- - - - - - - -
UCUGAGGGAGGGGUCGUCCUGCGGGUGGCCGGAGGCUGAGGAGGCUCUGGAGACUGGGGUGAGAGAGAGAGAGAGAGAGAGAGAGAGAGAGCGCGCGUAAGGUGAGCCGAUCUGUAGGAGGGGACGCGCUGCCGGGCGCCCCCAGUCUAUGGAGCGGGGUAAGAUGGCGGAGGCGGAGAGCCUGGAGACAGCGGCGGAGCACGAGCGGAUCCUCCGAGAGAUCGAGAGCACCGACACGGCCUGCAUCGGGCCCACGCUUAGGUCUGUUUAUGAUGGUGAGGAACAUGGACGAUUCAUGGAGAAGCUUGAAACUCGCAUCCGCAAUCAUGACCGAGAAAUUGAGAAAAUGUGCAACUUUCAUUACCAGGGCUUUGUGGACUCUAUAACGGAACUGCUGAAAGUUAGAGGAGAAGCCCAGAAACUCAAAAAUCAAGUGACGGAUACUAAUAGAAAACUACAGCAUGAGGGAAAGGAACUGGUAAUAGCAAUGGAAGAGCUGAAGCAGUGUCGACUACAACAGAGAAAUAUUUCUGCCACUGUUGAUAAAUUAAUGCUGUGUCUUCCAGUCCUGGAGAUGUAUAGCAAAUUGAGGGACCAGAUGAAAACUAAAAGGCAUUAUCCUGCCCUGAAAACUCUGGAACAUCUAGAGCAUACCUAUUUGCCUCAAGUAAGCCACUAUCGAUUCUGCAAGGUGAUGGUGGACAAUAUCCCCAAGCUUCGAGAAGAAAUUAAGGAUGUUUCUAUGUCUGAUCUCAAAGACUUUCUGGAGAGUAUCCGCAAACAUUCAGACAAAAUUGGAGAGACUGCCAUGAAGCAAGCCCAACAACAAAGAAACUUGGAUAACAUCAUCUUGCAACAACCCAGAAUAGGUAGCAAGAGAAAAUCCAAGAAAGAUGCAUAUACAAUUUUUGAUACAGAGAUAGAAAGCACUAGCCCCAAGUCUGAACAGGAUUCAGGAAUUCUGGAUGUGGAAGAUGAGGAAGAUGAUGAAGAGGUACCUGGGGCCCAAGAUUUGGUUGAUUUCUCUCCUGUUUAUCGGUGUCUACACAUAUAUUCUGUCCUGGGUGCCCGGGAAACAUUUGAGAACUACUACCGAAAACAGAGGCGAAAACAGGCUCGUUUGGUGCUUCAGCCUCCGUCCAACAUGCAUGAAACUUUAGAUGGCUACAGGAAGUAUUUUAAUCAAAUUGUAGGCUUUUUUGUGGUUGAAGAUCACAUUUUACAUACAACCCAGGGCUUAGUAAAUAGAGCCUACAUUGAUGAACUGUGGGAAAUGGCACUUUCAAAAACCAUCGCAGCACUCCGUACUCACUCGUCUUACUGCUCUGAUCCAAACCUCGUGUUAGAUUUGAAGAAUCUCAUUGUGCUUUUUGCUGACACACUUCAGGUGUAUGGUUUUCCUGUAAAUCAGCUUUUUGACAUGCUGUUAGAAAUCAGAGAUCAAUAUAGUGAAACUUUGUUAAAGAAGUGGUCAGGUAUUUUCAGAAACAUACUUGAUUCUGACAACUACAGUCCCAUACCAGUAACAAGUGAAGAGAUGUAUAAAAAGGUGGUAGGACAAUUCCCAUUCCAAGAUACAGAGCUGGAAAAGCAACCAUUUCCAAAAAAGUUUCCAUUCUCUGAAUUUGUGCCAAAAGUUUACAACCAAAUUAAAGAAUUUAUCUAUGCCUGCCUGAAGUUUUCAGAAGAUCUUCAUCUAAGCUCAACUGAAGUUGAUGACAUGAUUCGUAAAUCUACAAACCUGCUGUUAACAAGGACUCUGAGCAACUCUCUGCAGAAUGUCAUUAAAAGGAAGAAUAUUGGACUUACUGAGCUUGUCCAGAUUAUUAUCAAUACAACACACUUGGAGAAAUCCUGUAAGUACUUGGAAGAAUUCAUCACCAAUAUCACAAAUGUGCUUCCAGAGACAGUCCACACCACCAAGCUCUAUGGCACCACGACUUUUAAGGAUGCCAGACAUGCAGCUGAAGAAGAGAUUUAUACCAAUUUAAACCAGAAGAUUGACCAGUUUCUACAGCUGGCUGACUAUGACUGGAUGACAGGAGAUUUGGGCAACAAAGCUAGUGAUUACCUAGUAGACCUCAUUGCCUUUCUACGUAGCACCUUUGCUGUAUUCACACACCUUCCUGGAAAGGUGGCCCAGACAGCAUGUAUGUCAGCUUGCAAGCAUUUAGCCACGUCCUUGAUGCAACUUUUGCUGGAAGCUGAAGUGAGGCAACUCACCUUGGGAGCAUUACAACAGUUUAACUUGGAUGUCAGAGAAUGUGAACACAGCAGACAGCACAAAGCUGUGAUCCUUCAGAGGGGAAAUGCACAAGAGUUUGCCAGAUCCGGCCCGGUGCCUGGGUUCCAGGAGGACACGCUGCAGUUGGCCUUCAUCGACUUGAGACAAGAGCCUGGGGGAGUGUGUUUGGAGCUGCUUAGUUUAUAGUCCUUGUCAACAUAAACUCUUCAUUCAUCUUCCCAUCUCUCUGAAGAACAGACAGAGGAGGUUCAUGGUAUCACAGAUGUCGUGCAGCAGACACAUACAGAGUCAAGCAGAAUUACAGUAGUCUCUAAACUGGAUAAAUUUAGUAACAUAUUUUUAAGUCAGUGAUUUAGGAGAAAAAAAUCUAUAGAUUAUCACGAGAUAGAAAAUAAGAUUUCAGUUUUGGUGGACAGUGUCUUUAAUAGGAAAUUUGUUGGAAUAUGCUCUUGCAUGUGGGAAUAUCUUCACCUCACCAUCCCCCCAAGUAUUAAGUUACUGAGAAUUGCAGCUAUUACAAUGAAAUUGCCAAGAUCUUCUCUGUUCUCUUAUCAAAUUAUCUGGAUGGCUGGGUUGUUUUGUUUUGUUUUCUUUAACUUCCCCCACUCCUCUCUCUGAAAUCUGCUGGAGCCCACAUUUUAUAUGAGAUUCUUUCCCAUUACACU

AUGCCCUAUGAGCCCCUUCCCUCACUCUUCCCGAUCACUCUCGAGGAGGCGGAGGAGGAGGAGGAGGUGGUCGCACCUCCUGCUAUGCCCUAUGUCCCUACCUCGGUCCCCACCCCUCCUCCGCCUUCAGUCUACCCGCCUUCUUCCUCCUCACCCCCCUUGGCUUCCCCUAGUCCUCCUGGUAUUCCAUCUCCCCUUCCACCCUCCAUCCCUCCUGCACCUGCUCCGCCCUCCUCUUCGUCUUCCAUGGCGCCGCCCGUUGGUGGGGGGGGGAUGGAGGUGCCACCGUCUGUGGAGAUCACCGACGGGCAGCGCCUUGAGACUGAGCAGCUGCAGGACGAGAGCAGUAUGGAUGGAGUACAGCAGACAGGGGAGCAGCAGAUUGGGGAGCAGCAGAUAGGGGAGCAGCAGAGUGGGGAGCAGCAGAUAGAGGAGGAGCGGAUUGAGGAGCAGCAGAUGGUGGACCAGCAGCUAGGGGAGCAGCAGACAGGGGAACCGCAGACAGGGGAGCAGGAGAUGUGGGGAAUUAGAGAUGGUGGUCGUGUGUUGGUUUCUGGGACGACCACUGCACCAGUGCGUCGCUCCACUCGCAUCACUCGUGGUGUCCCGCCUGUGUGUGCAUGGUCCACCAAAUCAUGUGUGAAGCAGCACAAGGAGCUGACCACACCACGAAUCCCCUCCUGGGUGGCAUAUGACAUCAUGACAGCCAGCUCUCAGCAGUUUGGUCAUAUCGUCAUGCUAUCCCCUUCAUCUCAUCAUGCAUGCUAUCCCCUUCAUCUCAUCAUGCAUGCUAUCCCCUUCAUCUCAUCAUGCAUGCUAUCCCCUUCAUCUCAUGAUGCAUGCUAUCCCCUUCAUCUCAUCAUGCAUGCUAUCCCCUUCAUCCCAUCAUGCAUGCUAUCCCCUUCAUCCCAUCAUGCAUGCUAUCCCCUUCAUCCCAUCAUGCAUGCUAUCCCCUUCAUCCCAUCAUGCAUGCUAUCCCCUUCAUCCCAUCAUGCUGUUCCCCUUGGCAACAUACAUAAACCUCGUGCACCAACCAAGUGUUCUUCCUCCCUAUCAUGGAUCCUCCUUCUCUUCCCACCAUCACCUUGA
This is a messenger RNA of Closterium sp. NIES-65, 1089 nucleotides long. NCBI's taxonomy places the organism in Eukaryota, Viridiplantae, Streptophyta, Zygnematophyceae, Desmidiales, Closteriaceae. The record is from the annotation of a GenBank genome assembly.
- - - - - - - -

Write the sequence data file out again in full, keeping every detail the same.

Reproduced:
UCUGAGGGAGGGGUCGUCCUGCGGGUGGCCGGAGGCUGAGGAGGCUCUGGAGACUGGGGUGAGAGAGAGAGAGAGAGAGAGAGAGAGAGAGCGCGCGUAAGGUGAGCCGAUCUGUAGGAGGGGACGCGCUGCCGGGCGCCCCCAGUCUAUGGAGCGGGGUAAGAUGGCGGAGGCGGAGAGCCUGGAGACAGCGGCGGAGCACGAGCGGAUCCUCCGAGAGAUCGAGAGCACCGACACGGCCUGCAUCGGGCCCACGCUUAGGUCUGUUUAUGAUGGUGAGGAACAUGGACGAUUCAUGGAGAAGCUUGAAACUCGCAUCCGCAAUCAUGACCGAGAAAUUGAGAAAAUGUGCAACUUUCAUUACCAGGGCUUUGUGGACUCUAUAACGGAACUGCUGAAAGUUAGAGGAGAAGCCCAGAAACUCAAAAAUCAAGUGACGGAUACUAAUAGAAAACUACAGCAUGAGGGAAAGGAACUGGUAAUAGCAAUGGAAGAGCUGAAGCAGUGUCGACUACAACAGAGAAAUAUUUCUGCCACUGUUGAUAAAUUAAUGCUGUGUCUUCCAGUCCUGGAGAUGUAUAGCAAAUUGAGGGACCAGAUGAAAACUAAAAGGCAUUAUCCUGCCCUGAAAACUCUGGAACAUCUAGAGCAUACCUAUUUGCCUCAAGUAAGCCACUAUCGAUUCUGCAAGGUGAUGGUGGACAAUAUCCCCAAGCUUCGAGAAGAAAUUAAGGAUGUUUCUAUGUCUGAUCUCAAAGACUUUCUGGAGAGUAUCCGCAAACAUUCAGACAAAAUUGGAGAGACUGCCAUGAAGCAAGCCCAACAACAAAGAAACUUGGAUAACAUCAUCUUGCAACAACCCAGAAUAGGUAGCAAGAGAAAAUCCAAGAAAGAUGCAUAUACAAUUUUUGAUACAGAGAUAGAAAGCACUAGCCCCAAGUCUGAACAGGAUUCAGGAAUUCUGGAUGUGGAAGAUGAGGAAGAUGAUGAAGAGGUACCUGGGGCCCAAGAUUUGGUUGAUUUCUCUCCUGUUUAUCGGUGUCUACACAUAUAUUCUGUCCUGGGUGCCCGGGAAACAUUUGAGAACUACUACCGAAAACAGAGGCGAAAACAGGCUCGUUUGGUGCUUCAGCCUCCGUCCAACAUGCAUGAAACUUUAGAUGGCUACAGGAAGUAUUUUAAUCAAAUUGUAGGCUUUUUUGUGGUUGAAGAUCACAUUUUACAUACAACCCAGGGCUUAGUAAAUAGAGCCUACAUUGAUGAACUGUGGGAAAUGGCACUUUCAAAAACCAUCGCAGCACUCCGUACUCACUCGUCUUACUGCUCUGAUCCAAACCUCGUGUUAGAUUUGAAGAAUCUCAUUGUGCUUUUUGCUGACACACUUCAGGUGUAUGGUUUUCCUGUAAAUCAGCUUUUUGACAUGCUGUUAGAAAUCAGAGAUCAAUAUAGUGAAACUUUGUUAAAGAAGUGGUCAGGUAUUUUCAGAAACAUACUUGAUUCUGACAACUACAGUCCCAUACCAGUAACAAGUGAAGAGAUGUAUAAAAAGGUGGUAGGACAAUUCCCAUUCCAAGAUACAGAGCUGGAAAAGCAACCAUUUCCAAAAAAGUUUCCAUUCUCUGAAUUUGUGCCAAAAGUUUACAACCAAAUUAAAGAAUUUAUCUAUGCCUGCCUGAAGUUUUCAGAAGAUCUUCAUCUAAGCUCAACUGAAGUUGAUGACAUGAUUCGUAAAUCUACAAACCUGCUGUUAACAAGGACUCUGAGCAACUCUCUGCAGAAUGUCAUUAAAAGGAAGAAUAUUGGACUUACUGAGCUUGUCCAGAUUAUUAUCAAUACAACACACUUGGAGAAAUCCUGUAAGUACUUGGAAGAAUUCAUCACCAAUAUCACAAAUGUGCUUCCAGAGACAGUCCACACCACCAAGCUCUAUGGCACCACGACUUUUAAGGAUGCCAGACAUGCAGCUGAAGAAGAGAUUUAUACCAAUUUAAACCAGAAGAUUGACCAGUUUCUACAGCUGGCUGACUAUGACUGGAUGACAGGAGAUUUGGGCAACAAAGCUAGUGAUUACCUAGUAGACCUCAUUGCCUUUCUACGUAGCACCUUUGCUGUAUUCACACACCUUCCUGGAAAGGUGGCCCAGACAGCAUGUAUGUCAGCUUGCAAGCAUUUAGCCACGUCCUUGAUGCAACUUUUGCUGGAAGCUGAAGUGAGGCAACUCACCUUGGGAGCAUUACAACAGUUUAACUUGGAUGUCAGAGAAUGUGAACACAGCAGACAGCACAAAGCUGUGAUCCUUCAGAGGGGAAAUGCACAAGAGUUUGCCAGAUCCGGCCCGGUGCCUGGGUUCCAGGAGGACACGCUGCAGUUGGCCUUCAUCGACUUGAGACAAGAGCCUGGGGGAGUGUGUUUGGAGCUGCUUAGUUUAUAGUCCUUGUCAACAUAAACUCUUCAUUCAUCUUCCCAUCUCUCUGAAGAACAGACAGAGGAGGUUCAUGGUAUCACAGAUGUCGUGCAGCAGACACAUACAGAGUCAAGCAGAAUUACAGUAGUCUCUAAACUGGAUAAAUUUAGUAACAUAUUUUUAAGUCAGUGAUUUAGGAGAAAAAAAUCUAUAGAUUAUCACGAGAUAGAAAAUAAGAUUUCAGUUUUGGUGGACAGUGUCUUUAAUAGGAAAUUUGUUGGAAUAUGCUCUUGCAUGUGGGAAUAUCUUCACCUCACCAUCCCCCCAAGUAUUAAGUUACUGAGAAUUGCAGCUAUUACAAUGAAAUUGCCAAGAUCUUCUCUGUUCUCUUAUCAAAUUAUCUGGAUGGCUGGGUUGUUUUGUUUUGUUUUCUUUAACUUCCCCCACUCCUCUCUCUGAAAUCUGCUGGAGCCCACAUUUUAUAUGAGAUUCUUUCCCAUUACACU

AUGCCCUAUGAGCCCCUUCCCUCACUCUUCCCGAUCACUCUCGAGGAGGCGGAGGAGGAGGAGGAGGUGGUCGCACCUCCUGCUAUGCCCUAUGUCCCUACCUCGGUCCCCACCCCUCCUCCGCCUUCAGUCUACCCGCCUUCUUCCUCCUCACCCCCCUUGGCUUCCCCUAGUCCUCCUGGUAUUCCAUCUCCCCUUCCACCCUCCAUCCCUCCUGCACCUGCUCCGCCCUCCUCUUCGUCUUCCAUGGCGCCGCCCGUUGGUGGGGGGGGGAUGGAGGUGCCACCGUCUGUGGAGAUCACCGACGGGCAGCGCCUUGAGACUGAGCAGCUGCAGGACGAGAGCAGUAUGGAUGGAGUACAGCAGACAGGGGAGCAGCAGAUUGGGGAGCAGCAGAUAGGGGAGCAGCAGAGUGGGGAGCAGCAGAUAGAGGAGGAGCGGAUUGAGGAGCAGCAGAUGGUGGACCAGCAGCUAGGGGAGCAGCAGACAGGGGAACCGCAGACAGGGGAGCAGGAGAUGUGGGGAAUUAGAGAUGGUGGUCGUGUGUUGGUUUCUGGGACGACCACUGCACCAGUGCGUCGCUCCACUCGCAUCACUCGUGGUGUCCCGCCUGUGUGUGCAUGGUCCACCAAAUCAUGUGUGAAGCAGCACAAGGAGCUGACCACACCACGAAUCCCCUCCUGGGUGGCAUAUGACAUCAUGACAGCCAGCUCUCAGCAGUUUGGUCAUAUCGUCAUGCUAUCCCCUUCAUCUCAUCAUGCAUGCUAUCCCCUUCAUCUCAUCAUGCAUGCUAUCCCCUUCAUCUCAUCAUGCAUGCUAUCCCCUUCAUCUCAUGAUGCAUGCUAUCCCCUUCAUCUCAUCAUGCAUGCUAUCCCCUUCAUCCCAUCAUGCAUGCUAUCCCCUUCAUCCCAUCAUGCAUGCUAUCCCCUUCAUCCCAUCAUGCAUGCUAUCCCCUUCAUCCCAUCAUGCAUGCUAUCCCCUUCAUCCCAUCAUGCUGUUCCCCUUGGCAACAUACAUAAACCUCGUGCACCAACCAAGUGUUCUUCCUCCCUAUCAUGGAUCCUCCUUCUCUUCCCACCAUCACCUUGA
This is a messenger RNA of Closterium sp. NIES-65, 1089 nucleotides long. NCBI's taxonomy places the organism in Eukaryota, Viridiplantae, Streptophyta, Zygnematophyceae, Desmidiales, Closteriaceae. The record is from the annotation of a GenBank genome assembly.